ah, you don't believe we're on the eve of destruction.

Don't you understand, what I'm trying to say?
Can't you see the fears that I'm feeling today?
If the button is pushed, there's no running away,
There'll be no one to save with the world in a grave,
take a look around you, boy, it's bound to scare you, boy,
and you tell me over and over and over again my friend,
ah, you don't believe we're on the eve of destruction.

Yeah, my blood's so mad, feels like coagulatin',
I'm sittin' here, just contemplatin',
I can't twist the truth, it knows no regulation,
handful of Senators don't pass legislation,
and marches alone can't bring integration,
when human respect is disintegratin',
this whole crazy world is just too frustratin',
and you tell me over and over and over again my friend,
ah, you don't believe we're on the eve of destruction.

Think of all the hate there is in Red China
Then take a look around to Selma, Alabama!
Ah, you may leave here, for four days in space,
but when you return, it's the same old place,
the poundin' of the drums, the pride and disgrace,
you can bury your dead, but don't leave a trace,
hate your next-door-neighbor, but don't forget to say grace,
and you tell me over and over and over and over again my friend,
you don't believe we're on the eve of destruction.
no no you don't believe we're on the eve of destruction.

I have used this song myself in teaching the 1960s – musically the song is a brilliant piece of folk-mainstream crossover -- a pastiche of Dylanesque protest folk with its acoustic guitar, harmonica, nasally vocals and references to Vietnam, Selma, and nuclear annihilation. Ironically, by the time McGuire’s song had replaced the Beatle’s pot-addled “Help!” in September 1965 as the number one song in America, Bob Dylan was in the midst of rejecting his identity as the voice of the 60s folk generation, plugging in at Newport and returning to his rock’n’roll roots by going on tour with The Band…

The questions and answer session after Patterson’s talk was nearly as interesting as the talk itself. He pointed out as the Q&A began that it appeared everyone in the room had lived through the year. I looked around in agreement – I was probably the youngest in the room, so I can attest that he was correct. I have to admit though I was alive in 1965, I can’t say I remember anything about 1965. I know I turned one that year. I had not yet quite reached my six month birthday on December 18, 1964, the day that Johnson compared his administration to the birth of Christianity. It was very enlightening to listen to people whose memories of the year were considerably more detailed than mine. For the most part, audience members saw their experiences as a microcosm located on Patterson’s larger canvas. The most
remarkable exchange in the Q&A came when one gentleman, who had known Barry Goldwater personally, took exception to Patterson’s characterization of the Arizona senator as a deeply flawed candidate. Patterson listened politely then definitively tossed Goldwater back into the dustbin of history, pointing out the folly of Goldwater’s screed against the TVA in Tennessee, how his offhand remarks about nuking Vietnam and the Kremlin terrified millions and played right into Johnson’s hands, and the political suicide of calling for the abolition of Social Security while campaigning in Florida.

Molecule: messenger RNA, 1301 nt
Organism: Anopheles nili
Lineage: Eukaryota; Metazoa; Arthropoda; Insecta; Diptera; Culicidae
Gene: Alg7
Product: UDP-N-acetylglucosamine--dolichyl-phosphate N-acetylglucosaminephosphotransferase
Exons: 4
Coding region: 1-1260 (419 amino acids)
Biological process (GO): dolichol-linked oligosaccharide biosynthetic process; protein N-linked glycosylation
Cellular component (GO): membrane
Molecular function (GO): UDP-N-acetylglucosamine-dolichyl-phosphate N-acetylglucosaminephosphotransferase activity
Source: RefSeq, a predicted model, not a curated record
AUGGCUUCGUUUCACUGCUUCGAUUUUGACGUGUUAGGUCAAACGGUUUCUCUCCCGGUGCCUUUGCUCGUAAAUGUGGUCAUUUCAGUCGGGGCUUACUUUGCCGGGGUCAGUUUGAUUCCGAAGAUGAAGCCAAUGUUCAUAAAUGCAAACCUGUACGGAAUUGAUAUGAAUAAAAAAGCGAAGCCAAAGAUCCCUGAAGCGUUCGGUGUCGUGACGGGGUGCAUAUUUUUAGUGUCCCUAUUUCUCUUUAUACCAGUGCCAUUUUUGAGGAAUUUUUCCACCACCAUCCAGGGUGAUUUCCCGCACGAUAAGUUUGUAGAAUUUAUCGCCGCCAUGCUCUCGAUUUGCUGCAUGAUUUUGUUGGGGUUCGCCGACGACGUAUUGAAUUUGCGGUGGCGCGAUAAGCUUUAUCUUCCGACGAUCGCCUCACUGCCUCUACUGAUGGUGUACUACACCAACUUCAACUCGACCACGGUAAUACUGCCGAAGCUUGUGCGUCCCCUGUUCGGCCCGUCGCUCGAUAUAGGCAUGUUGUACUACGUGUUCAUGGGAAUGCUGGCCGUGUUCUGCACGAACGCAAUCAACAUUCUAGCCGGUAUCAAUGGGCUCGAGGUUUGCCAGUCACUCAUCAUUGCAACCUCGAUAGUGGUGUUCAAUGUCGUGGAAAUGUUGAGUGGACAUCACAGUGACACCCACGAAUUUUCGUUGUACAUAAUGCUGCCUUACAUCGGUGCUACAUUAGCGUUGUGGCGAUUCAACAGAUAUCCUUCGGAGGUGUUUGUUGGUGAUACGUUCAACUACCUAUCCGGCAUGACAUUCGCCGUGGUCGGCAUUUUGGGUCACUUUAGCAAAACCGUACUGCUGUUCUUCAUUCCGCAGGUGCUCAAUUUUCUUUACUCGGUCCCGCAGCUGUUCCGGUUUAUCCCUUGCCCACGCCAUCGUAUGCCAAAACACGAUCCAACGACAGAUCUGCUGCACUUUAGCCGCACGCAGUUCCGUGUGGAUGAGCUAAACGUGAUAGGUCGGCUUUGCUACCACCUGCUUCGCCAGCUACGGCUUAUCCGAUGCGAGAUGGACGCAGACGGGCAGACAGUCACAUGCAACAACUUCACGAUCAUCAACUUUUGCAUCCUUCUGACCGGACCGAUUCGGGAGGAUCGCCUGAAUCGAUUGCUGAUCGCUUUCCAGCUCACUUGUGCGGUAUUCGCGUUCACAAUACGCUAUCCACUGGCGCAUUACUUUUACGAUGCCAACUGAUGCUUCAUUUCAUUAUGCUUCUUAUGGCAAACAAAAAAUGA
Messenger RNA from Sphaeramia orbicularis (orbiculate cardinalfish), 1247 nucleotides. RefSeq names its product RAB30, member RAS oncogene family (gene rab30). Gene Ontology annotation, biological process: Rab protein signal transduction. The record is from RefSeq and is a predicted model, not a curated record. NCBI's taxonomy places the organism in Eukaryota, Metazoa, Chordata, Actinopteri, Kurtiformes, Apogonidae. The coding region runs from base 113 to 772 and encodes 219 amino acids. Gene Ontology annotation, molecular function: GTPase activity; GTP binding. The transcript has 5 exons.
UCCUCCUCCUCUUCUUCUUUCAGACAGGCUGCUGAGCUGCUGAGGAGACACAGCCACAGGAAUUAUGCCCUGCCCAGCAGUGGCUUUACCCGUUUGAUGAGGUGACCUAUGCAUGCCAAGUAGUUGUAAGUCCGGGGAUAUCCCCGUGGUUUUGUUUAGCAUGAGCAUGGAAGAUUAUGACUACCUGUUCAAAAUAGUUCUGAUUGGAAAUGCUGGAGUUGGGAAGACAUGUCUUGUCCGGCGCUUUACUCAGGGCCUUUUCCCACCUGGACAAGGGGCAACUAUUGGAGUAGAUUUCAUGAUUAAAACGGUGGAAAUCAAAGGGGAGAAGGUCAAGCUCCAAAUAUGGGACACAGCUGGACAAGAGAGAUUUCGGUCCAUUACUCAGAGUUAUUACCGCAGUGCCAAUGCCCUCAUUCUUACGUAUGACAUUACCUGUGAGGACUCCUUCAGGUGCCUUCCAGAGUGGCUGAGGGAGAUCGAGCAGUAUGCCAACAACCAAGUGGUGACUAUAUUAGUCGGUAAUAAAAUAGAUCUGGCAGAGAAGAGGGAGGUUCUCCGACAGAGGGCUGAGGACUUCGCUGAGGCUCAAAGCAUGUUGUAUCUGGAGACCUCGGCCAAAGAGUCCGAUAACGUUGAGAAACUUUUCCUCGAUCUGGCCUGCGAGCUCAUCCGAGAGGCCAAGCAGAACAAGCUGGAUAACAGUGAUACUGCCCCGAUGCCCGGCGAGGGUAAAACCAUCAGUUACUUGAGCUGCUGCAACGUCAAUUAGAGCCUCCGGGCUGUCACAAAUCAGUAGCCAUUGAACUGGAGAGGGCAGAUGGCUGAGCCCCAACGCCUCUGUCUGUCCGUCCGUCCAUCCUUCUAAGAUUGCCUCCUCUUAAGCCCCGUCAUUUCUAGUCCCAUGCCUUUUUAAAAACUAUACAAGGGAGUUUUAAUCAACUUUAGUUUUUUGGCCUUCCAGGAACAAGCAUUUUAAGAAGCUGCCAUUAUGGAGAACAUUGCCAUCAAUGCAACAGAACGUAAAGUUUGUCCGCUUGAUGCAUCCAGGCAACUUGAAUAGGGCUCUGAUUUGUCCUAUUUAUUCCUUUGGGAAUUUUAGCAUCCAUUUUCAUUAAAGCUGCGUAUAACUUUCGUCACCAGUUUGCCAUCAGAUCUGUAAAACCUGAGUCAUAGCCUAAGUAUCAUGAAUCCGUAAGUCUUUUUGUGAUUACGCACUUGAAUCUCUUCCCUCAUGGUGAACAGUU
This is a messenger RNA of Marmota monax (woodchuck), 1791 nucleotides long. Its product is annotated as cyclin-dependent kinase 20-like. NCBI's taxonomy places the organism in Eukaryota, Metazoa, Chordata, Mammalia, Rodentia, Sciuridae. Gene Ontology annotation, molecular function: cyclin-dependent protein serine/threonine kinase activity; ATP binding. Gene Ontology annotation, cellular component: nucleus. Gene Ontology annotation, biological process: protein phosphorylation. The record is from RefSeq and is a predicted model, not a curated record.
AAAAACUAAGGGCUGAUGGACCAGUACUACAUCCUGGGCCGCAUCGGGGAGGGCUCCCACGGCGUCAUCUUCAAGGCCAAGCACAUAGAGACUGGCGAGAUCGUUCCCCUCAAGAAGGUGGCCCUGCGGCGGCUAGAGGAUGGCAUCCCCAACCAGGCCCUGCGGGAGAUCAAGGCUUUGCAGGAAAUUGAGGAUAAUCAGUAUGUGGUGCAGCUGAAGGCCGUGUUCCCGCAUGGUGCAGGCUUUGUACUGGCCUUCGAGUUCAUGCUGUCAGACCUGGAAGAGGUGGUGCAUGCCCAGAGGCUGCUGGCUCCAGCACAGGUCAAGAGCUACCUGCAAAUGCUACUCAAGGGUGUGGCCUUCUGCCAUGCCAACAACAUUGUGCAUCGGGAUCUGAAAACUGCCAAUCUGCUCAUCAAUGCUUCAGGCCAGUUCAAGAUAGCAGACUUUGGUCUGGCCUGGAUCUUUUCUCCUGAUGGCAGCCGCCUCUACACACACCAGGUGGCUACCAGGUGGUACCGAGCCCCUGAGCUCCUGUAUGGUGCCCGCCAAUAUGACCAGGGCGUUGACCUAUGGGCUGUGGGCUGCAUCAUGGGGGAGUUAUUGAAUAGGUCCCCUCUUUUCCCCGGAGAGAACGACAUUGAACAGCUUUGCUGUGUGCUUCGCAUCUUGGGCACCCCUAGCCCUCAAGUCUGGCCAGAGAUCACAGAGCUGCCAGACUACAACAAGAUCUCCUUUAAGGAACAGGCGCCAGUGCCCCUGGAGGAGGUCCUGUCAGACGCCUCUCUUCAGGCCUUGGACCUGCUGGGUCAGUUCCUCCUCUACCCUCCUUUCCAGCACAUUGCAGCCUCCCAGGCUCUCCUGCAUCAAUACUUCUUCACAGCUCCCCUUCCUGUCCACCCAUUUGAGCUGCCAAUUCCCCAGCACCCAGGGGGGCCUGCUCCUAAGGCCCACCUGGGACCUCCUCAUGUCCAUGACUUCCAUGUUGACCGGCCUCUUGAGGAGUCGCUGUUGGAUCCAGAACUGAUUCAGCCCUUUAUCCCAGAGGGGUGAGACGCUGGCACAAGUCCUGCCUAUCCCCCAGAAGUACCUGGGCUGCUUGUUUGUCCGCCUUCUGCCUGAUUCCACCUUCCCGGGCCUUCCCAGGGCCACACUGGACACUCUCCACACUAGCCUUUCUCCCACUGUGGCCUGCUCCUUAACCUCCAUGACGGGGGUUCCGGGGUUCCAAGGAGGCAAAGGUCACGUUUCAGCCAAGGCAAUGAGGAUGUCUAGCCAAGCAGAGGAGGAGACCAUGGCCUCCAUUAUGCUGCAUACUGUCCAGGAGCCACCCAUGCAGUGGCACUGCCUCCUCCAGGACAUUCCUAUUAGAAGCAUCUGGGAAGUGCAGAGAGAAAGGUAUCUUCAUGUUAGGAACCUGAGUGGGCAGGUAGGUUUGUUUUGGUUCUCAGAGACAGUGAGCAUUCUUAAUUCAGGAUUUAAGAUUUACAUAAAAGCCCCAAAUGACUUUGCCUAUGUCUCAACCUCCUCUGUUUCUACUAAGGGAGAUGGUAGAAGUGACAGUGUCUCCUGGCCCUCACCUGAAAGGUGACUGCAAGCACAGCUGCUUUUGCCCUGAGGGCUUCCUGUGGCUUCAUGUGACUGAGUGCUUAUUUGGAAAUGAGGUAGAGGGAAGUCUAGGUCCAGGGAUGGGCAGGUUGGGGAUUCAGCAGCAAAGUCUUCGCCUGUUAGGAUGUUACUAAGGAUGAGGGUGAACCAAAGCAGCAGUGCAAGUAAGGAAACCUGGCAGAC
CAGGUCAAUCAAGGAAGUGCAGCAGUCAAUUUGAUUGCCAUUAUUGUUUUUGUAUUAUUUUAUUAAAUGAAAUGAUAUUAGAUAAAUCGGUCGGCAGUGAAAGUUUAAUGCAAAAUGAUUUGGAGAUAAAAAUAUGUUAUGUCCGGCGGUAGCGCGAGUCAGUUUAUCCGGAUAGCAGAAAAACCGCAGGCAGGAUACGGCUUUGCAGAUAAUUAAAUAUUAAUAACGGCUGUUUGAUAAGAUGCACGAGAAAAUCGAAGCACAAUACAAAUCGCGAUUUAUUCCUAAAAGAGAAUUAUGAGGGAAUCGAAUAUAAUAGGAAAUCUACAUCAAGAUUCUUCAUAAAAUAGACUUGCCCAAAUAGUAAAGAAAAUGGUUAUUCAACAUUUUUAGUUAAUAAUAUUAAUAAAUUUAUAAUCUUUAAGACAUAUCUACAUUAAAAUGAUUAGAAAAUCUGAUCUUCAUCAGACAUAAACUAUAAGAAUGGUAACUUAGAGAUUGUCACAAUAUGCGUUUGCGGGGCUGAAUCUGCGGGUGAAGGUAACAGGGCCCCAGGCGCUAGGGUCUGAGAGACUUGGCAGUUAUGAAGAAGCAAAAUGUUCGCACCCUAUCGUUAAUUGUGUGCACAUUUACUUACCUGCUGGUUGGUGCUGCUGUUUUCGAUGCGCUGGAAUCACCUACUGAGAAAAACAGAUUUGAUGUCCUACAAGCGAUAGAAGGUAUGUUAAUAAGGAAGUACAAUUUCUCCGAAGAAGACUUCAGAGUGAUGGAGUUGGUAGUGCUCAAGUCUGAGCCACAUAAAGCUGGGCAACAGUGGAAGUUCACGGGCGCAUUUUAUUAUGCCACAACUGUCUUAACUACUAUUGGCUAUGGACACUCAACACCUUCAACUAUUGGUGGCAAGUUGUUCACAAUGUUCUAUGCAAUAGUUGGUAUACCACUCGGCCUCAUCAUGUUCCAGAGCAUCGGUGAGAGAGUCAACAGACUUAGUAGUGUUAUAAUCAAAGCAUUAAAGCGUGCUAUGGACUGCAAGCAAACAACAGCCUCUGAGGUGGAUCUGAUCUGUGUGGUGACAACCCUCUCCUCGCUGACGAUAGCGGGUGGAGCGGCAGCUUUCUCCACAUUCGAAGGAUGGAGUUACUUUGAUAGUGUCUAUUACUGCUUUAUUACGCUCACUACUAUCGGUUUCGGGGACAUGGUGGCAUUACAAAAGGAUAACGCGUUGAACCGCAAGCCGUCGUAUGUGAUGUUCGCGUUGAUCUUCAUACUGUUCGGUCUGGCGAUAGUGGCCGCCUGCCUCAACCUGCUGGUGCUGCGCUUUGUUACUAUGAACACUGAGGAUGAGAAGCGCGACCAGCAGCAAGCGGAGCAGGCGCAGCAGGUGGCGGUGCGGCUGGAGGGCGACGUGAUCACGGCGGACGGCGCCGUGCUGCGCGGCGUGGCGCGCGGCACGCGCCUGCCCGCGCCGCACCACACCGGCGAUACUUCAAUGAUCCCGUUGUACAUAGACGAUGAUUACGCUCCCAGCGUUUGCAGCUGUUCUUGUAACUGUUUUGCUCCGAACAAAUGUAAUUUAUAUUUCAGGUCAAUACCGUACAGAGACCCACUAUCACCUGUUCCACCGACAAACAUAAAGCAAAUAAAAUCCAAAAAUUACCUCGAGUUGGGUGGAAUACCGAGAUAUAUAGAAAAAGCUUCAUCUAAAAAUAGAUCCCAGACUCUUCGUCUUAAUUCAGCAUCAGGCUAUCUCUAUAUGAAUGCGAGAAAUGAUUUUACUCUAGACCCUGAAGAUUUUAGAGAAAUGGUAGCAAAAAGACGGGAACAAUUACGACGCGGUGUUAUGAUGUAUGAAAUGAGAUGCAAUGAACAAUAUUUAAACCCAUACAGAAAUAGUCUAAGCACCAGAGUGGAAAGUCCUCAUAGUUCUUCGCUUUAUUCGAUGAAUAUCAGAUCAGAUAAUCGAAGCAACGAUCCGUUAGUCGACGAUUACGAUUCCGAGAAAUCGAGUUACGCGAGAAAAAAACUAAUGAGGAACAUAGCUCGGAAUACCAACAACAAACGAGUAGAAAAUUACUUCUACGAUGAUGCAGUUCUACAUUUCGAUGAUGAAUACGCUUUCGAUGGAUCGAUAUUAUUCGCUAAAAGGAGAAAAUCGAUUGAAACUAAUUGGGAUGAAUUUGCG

After the Q&A, I walked up to Dr. Patterson and introduced myself. We spoke about P.F. Sloan’s song and how emblematic it is as a cultural touchstone for this shift in the 1960s. I also explained to him that the history department where I teach has decided to use his Grand Expectations: The United States, 1945–1974, as the thematic source for teaching this period of American history, as well as a basis for students’ research papers. He was genuinely pleased to hear a high school program was using his book, and asked me to let him know how it turned out. But like 1965, we will have to live through 2013 before we can evaluate its success.

For those who were not able to catch James Patterson’s talk at the Fabre Line Club on The Eve of Destruction: How 1965 Transformed America, David Scharfenberg conducted a short interview with James Patterson in the Providence Phoenix in December 2012. Patterson also appeared on BookTV’s After Words, an hour-long program recorded in November 2012, where Professor Daryl Scott and Patterson explore in depth many of the themes only briefly touched upon herein. Both are recommended followups to this essay.

____________________________________________________________________ Sources

James T. Patterson, The Eve of Destruction: How 1965 Transformed America. New York: Basic Books, 2012.

-- Grand Expectations: The United States, 1945-1974. New York: Oxford University Press, 1996.

Lyndon B. Johnson: "Remarks at the Lighting of the Nation's Christmas Tree.," December 18, 1964. Online by Gerhard Peters and John T. Woolley, The American Presidency Project.

P.F. Sloan, Eve of Destruction Recorded by Barry McGuire, © 1965 MCA Records Inc. Lyrics transcribed by Manfred Helfert

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Somewhere near obsession...

Somewhere near obsession...